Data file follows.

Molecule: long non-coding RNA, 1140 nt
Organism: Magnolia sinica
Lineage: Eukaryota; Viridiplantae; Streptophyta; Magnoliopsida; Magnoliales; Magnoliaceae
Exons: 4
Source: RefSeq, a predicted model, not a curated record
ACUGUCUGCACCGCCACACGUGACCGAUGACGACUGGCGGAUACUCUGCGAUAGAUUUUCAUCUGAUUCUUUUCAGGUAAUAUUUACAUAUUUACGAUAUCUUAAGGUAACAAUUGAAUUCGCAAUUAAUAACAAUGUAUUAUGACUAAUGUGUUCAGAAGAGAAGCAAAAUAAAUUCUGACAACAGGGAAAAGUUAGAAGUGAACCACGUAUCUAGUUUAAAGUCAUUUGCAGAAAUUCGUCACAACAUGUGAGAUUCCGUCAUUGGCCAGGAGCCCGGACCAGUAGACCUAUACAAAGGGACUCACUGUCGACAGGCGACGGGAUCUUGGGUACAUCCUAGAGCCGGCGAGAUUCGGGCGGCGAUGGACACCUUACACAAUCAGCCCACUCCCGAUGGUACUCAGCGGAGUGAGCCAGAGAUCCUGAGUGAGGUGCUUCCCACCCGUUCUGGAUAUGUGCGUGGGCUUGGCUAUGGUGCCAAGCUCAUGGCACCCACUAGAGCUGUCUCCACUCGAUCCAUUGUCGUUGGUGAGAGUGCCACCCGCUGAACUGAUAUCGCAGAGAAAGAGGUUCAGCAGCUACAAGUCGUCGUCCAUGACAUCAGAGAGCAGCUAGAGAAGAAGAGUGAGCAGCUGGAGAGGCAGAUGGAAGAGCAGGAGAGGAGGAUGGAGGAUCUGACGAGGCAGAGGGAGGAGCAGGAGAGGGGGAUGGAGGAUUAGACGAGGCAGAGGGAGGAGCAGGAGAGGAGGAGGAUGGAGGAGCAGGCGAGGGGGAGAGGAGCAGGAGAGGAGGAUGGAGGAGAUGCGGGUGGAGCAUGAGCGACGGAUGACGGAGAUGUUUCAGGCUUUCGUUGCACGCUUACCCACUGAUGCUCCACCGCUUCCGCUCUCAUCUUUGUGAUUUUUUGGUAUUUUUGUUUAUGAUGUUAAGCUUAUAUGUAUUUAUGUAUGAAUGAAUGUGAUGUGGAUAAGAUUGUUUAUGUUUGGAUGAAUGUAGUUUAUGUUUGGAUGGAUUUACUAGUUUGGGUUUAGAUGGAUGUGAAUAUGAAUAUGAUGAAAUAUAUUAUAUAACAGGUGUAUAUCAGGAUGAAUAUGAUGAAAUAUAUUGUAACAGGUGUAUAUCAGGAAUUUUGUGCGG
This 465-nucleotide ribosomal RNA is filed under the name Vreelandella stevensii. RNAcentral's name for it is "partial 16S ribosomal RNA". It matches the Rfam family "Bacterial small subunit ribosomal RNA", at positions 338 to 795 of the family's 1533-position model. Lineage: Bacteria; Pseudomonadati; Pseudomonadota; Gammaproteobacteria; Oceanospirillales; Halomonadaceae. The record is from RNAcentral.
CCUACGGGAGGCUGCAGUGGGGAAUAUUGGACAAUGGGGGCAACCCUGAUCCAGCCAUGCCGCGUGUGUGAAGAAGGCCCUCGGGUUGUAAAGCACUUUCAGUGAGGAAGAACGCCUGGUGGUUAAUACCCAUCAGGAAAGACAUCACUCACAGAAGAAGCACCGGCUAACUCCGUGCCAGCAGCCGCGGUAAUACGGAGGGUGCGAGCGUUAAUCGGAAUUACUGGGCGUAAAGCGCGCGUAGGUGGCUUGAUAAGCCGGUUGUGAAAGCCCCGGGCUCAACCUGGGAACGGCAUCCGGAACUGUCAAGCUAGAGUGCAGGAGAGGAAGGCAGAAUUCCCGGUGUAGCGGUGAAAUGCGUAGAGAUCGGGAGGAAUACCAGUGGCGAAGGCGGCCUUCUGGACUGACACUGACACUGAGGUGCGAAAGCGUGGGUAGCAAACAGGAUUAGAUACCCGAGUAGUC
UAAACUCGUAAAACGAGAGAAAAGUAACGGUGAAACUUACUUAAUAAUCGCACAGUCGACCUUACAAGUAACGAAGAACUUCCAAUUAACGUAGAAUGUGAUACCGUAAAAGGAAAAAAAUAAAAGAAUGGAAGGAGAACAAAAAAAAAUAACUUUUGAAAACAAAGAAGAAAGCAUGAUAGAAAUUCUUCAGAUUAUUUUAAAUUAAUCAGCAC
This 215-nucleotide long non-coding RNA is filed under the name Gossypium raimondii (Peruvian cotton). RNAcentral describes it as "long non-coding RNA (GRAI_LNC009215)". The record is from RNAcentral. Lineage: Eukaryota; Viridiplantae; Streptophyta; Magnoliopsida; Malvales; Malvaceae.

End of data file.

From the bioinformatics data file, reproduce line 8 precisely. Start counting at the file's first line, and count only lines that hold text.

CCUACGGGAGGCUGCAGUGGGGAAUAUUGGACAAUGGGGGCAACCCUGAUCCAGCCAUGCCGCGUGUGUGAAGAAGGCCCUCGGGUUGUAAAGCACUUUCAGUGAGGAAGAACGCCUGGUGGUUAAUACCCAUCAGGAAAGACAUCACUCACAGAAGAAGCACCGGCUAACUCCGUGCCAGCAGCCGCGGUAAUACGGAGGGUGCGAGCGUUAAUCGGAAUUACUGGGCGUAAAGCGCGCGUAGGUGGCUUGAUAAGCCGGUUGUGAAAGCCCCGGGCUCAACCUGGGAACGGCAUCCGGAACUGUCAAGCUAGAGUGCAGGAGAGGAAGGCAGAAUUCCCGGUGUAGCGGUGAAAUGCGUAGAGAUCGGGAGGAAUACCAGUGGCGAAGGCGGCCUUCUGGACUGACACUGACACUGAGGUGCGAAAGCGUGGGUAGCAAACAGGAUUAGAUACCCGAGUAGUC